However, there were no significant improvements found in the PN signs, namely sense of vibration and ankle tendon reflex. Sense of vibration and tendon reflexes are mediated by large sensory nerves, unlike PN symptoms which occur as a result of small sensory nerve fibre damage (O’Brien et al. 2008). In addition, the development of PN signs is progressive and takes some time, though the time frame is uncertain. Consequently, it is possible that the treatment and relief or recovery of PN signs may occur after a longer duration exercise intervention than the one conducted here. The improvements shown in the PN symptoms may be because the recovery is quicker in small nerve fibres than in large fibres. Thus, the change in the improvement of the PN signs may need to be evaluated after a longer period of intervention. It seems that the improvement of the PN symptoms was as a result of the improvement in the neuro-tissue flexibility and in mobility, and possibly an improvement in the nerve regeneration or growth.

The improvement attained by the participants during the 12 weeks of exercise was maintained 12 weeks post-exercise, although there was a slight decline in effect. This is likely attributable to the probable continuation of exercises by the participants after the structured exercise programme, though this was not assessed. Further studies could evaluate a home exercise programme among PLHIV with PN. This could encourage PLHIV to continue exercising as a lifetime strategy to prevent and reduce the impact of PN (Devigili et al. 2008).

Some factors significantly predicted treatment outcome. The predictors for improvement of PN with exercises included health-related characteristics, namely the duration of HIV infection, ART regimen changes and PN that developed post-ART initiation. The participants diagnosed with HIV for 7 years and longer were likely to have less improvement as a result of the exercise intervention. Because HIV infection might be one of the causes of PN (Dobson et al. 2014), this implies that living with the infection for a long time results in more severe PN or that prolonged exposure to HIV may render the nerve damage permanent. Early screening of the PN immediately after a person is diagnosed, and treating appropriately is important. Peripheral neuropathy is a chronic and disabling condition and early management that includes physiotherapist-led exercises might give relief and better health outcomes.

The participants who developed PN after initiating ART were likely to significantly improve compared to those who developed PN before initiating ART. The PN that develops after initiating ART is more likely to be related to ART than HIV. A change in the drug regimen (if the regimen contains medication associated with PN such as stavudine or tenofovir) may facilitate improvement of the pain, and with exercise as a supplementary treatment the improvement may be quicker. It is, therefore, important to include exercise in addition to drug regimen changes in the management of PN that occurs as a result of ART.

The participants in whom the ARV regimen was not changed were also likely to improve. This is possible because it is either that the PN was not severe, the PN had just started or it was not suspected to be augmented with a particular toxic ARV type (Dubey et al. 2013).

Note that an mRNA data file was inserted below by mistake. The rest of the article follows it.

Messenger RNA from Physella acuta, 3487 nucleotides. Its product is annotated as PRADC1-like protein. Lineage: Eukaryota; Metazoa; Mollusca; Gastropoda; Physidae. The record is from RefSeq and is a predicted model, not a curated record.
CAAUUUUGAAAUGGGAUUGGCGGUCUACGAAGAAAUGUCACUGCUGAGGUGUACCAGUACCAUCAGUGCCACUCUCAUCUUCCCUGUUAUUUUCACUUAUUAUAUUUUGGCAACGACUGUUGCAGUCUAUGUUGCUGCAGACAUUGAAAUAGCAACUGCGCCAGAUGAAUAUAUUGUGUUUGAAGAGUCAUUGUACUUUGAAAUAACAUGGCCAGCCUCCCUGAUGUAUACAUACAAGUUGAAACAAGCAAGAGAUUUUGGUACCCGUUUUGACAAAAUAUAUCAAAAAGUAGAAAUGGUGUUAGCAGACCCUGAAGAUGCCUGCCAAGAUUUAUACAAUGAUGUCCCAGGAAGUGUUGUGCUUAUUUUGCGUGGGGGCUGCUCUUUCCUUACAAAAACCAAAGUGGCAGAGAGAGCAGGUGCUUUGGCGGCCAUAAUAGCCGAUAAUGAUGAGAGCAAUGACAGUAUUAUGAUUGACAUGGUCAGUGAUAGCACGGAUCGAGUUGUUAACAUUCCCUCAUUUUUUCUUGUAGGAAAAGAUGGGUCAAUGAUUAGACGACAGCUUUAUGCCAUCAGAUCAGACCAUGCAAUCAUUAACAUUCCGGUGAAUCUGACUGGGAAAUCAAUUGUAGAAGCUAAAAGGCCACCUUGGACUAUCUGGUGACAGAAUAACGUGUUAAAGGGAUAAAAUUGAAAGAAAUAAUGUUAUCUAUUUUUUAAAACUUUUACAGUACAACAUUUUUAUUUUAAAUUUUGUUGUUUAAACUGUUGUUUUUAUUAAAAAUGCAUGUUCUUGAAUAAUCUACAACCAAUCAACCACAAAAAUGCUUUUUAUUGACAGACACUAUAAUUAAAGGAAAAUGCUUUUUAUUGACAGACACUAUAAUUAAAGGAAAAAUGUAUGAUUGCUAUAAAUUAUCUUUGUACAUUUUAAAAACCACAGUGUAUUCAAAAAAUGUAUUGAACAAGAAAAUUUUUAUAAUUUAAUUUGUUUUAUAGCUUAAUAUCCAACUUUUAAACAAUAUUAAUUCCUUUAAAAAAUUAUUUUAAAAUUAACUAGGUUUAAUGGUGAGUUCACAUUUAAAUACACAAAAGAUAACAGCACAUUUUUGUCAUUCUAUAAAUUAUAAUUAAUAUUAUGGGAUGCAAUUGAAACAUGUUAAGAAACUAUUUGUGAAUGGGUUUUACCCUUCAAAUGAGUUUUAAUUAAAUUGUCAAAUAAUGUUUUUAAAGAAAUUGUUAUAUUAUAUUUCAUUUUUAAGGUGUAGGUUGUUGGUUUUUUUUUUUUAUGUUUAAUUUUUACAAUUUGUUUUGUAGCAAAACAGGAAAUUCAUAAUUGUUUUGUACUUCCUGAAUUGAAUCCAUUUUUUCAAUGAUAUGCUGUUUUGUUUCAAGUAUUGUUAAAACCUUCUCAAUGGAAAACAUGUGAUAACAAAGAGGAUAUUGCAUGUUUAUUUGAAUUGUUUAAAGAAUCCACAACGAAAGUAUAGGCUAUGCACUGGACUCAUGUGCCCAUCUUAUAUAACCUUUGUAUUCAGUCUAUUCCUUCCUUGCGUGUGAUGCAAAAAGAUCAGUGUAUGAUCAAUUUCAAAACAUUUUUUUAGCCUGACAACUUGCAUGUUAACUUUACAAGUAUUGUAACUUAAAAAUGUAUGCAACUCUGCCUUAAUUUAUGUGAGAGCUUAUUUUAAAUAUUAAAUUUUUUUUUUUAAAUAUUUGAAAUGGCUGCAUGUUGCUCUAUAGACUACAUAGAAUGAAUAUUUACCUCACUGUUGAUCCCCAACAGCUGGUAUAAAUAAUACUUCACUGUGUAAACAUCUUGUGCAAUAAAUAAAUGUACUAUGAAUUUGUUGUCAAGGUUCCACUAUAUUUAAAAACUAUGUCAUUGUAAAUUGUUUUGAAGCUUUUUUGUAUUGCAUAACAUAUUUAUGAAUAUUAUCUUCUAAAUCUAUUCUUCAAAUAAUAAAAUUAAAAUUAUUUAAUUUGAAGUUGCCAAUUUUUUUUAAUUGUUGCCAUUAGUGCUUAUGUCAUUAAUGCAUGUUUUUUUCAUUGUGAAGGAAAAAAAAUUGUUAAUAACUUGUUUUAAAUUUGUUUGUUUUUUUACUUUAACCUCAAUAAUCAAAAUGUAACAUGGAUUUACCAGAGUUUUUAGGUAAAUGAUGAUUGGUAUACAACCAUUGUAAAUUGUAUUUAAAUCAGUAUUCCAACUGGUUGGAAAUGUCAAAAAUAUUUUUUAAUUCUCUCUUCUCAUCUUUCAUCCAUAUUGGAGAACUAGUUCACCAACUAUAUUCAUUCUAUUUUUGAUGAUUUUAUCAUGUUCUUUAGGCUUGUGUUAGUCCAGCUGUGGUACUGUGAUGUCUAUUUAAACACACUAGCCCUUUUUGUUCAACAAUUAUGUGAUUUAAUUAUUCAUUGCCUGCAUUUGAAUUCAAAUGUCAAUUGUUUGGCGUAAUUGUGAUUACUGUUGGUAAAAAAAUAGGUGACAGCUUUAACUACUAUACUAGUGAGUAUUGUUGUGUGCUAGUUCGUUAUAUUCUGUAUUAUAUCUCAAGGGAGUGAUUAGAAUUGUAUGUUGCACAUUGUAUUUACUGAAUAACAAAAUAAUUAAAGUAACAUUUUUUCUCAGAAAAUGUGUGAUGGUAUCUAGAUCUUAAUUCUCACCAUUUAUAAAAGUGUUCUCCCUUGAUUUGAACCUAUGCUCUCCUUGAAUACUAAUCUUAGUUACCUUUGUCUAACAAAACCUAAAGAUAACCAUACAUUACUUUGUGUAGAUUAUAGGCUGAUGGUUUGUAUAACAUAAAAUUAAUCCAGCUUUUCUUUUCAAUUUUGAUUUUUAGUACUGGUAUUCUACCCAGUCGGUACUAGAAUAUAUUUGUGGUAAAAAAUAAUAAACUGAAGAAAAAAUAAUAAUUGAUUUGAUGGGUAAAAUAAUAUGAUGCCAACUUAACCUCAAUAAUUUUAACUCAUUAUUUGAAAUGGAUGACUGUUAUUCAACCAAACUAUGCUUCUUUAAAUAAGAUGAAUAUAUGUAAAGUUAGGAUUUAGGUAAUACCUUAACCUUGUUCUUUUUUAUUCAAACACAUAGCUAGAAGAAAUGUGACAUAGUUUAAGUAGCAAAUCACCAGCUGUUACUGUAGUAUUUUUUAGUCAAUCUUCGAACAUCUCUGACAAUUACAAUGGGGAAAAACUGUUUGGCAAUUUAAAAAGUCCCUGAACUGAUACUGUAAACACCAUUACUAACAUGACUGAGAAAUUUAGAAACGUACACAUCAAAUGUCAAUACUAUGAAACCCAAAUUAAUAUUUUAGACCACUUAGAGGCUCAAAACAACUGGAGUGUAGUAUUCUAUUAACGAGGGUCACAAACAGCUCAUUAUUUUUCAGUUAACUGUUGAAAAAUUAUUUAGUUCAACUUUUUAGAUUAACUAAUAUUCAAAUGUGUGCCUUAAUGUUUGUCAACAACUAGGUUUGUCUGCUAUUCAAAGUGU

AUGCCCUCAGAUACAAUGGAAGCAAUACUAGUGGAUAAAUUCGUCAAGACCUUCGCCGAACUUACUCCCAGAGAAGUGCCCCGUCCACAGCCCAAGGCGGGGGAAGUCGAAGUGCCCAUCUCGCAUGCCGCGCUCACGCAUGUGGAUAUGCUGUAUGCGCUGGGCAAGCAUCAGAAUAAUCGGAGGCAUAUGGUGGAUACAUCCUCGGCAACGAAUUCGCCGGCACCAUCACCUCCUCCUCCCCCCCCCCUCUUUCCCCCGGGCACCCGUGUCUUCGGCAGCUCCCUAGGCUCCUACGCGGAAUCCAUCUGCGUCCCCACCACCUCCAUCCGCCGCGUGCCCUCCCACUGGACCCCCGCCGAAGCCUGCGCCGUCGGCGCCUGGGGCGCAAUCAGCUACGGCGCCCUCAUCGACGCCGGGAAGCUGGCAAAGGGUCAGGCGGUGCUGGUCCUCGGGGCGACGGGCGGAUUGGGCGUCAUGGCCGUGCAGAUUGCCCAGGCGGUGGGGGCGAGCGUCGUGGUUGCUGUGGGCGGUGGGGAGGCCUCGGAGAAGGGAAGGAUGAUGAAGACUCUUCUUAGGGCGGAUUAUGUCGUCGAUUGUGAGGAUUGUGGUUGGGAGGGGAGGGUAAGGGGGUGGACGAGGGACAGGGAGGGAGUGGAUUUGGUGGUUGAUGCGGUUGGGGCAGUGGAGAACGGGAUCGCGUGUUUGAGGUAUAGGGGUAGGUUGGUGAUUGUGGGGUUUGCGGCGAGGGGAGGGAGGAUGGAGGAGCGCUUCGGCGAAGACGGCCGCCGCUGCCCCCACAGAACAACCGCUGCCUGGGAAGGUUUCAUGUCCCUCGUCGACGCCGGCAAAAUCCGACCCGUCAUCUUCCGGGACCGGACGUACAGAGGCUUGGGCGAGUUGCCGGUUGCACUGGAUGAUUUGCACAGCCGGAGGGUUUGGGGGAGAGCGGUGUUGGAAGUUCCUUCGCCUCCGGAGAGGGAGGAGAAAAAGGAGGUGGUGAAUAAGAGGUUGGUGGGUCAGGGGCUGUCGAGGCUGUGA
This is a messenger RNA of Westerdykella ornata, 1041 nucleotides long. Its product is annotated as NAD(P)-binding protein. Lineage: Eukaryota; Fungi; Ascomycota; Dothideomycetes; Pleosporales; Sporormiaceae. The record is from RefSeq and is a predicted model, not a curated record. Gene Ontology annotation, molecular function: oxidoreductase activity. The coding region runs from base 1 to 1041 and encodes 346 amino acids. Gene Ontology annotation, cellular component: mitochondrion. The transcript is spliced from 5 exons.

Conclusions and recommendations

Physiotherapist-led exercise seems to improve PN symptoms as the results of this study indicate that all the PN symptoms among the participants who exercised for 12 weeks improved as compared to the control group which had no improvement. Importantly, this improvement was maintained for a further 12 weeks post-intervention. This is likely a result of the probable continuation of exercise by the participants after the structured exercise programme. Factors related to the early diagnosis and treatment of PN were predictors for improvements of PN.

However, there is a need for further studies to establish the mechanism of how exercise improves PN symptoms. This may lead to a better understanding of how important exercises are in the management of PN among PLHIV.

In addition, studies on the physiological effects of exercise on the toxicity of the ARVs, particularly at the mitochondrial level, may be useful.

Finally, there is a need to investigate and test exercise interventions over prolonged periods of time, to establish if there is an effect on nerve recovery, in particular the larger nerve fibres for the effect on PN signs.

Acknowledgements

The authors thank Jean Baptiste Sagahutu (MSc PT), who conducted the physiotherapeutic exercise intervention; participants for their valuable time and commitment; the Government of Rwanda through her Ministry of Education for the support of the first author’s PhD studies, of which this article is a part; Einstein College of Medicine through WE-ACTx in Rwanda for support with clinical research training, statistical software package and its application skills; and funding support from the African Population and Health Research Center (APHRC) through the African Doctorate Dissertation Research Fellowship (ADDRF), of which the first author was a fellow.

Competing interests

The authors declare that they have no financial or personal relationships that may have inappropriately influenced them in writing this article.

Authors’ contributions

D.K.T. is the corresponding author and was responsible for the conceptualisation of the study design, data collection and analysis, manuscript preparation and write-up. A.S. was responsible for the conceptualisation of the study design, mentorship of the data collection process, manuscript preparation and write-up. F.W.D.V. was responsible for the conceptualisation of study design, mentorship of the data collection process, manuscript preparation and write-up. E.M. was responsible for data analysis, manuscript preparation and write-up.

Funding

The study was partially sponsored by the African Population and Health Research Center under the African Doctorate Dissertation Research Fellowship and the Government of Rwanda, as a PhD study of the first author, Dr D.K. Tumusiime.

Data availability statement

Data sharing is not applicable to this article as no new data were created or analysed in this study.

Disclaimer

The views and opinions expressed in this article are those of the authors and do not necessarily reflect the official policy or position of any affiliated agency of the authors.